My son plays hockey, so I’ve had to become a hockey mom. The truth is even though I’m Canadian, hockey’s not my first choice when it comes to sports. Football on the other hand is a different story! This weekend signifies the end of the season with SUPERBOWL SUNDAY! I don’t get to host a party or partake in our annual tradition of an “all fried food day” since most of our weekend will be spent at the rink for a hockey tournament… You can be assured, I will somehow find a way to watch the game and as a Seahawks fan I am NOT cheering for New England!
What does football and the Super Bowl have to do with infection prevention? Well, you have crowds, you have food and it is influenza season. But influenza, Norovirus, food poisoning or the common cold is not the only infection prevention concern. In 2015, Public Health Officials in Arizona were battling a measles outbreak. The week leading up to Super Bowl Sunday, 1000 people were being monitored after being exposed to infected people. Similarly, in 2012, Public Health Officials in Indiana began outbreak management after a couple who had been exposed but were not yet showing symptoms of infection attended the festivities at the Super Bowl Village and put 200,000 at risk of possible exposure.
So what’s in store for this year when we are experiencing one of the worst flu seasons? Well, the organizers are taking things seriously! Staff are wiping down all exhibits multiple times a day with sanitizers and disinfectants, and volunteers with the United Way are disinfecting the virtual reality equipment between each use at their Super Bowl Experience booth. Health Officials are urging Super Bowl visitors to get vaccinated before arriving in Minnesota. Once they arrive, they are being reminded to wash their hands with soap and water more frequently and have hand sanitizer on hand. It’s going to be crowded. There are going to be some sick people, which means there will be germs floating around especially in crowded areas. Aside from getting vaccinated, washing your hands frequently is the other way to avoid getting sick, and after the game is over avoid touching your eyes, nose and mouth (unless you’ve washed your hands first).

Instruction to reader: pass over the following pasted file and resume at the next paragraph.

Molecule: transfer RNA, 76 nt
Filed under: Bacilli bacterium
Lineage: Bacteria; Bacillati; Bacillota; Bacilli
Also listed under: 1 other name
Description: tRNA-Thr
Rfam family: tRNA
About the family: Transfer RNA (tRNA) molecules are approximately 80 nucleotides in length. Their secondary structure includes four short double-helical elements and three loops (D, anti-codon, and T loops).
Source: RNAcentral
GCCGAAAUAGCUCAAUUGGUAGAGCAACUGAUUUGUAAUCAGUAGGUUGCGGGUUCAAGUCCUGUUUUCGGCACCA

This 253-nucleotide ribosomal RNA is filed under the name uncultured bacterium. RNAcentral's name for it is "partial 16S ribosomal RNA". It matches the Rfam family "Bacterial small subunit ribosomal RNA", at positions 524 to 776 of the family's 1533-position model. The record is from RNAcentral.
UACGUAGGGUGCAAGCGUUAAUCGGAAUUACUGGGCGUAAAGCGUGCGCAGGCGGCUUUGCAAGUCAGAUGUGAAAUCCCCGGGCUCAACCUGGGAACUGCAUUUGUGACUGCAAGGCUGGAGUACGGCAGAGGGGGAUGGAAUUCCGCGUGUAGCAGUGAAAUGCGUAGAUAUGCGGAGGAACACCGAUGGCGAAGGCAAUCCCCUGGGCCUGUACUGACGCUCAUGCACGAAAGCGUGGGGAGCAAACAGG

But what about the food? Well, according to our family motto “if it’s fried, it must be tried”! But to be safe when it comes to eating safely at a Super Bowl party, avoid eating food that has been left a room temperature for too long. If you’re scarfing down dips or other cold-favoring treats, eat the ones that are served on ice or have been kept cold in the fridge. Allowing these foods to get warm can lead to unintended consequences….if you know what I mean! The same goes for food that needs to be served hot like chili or other meat products. Avoid a penalty and keep them warm!
If you’re around Oakville on Sunday you may hear me singing the Eagles fight song:
Fly Eagles Fly! On the road to victory!
Fly Eagles Fly! Score a touchdown!
1, 2, 3! Hit'em low! Hit'em high!
And watch our Eagles Fly! On the road to victory!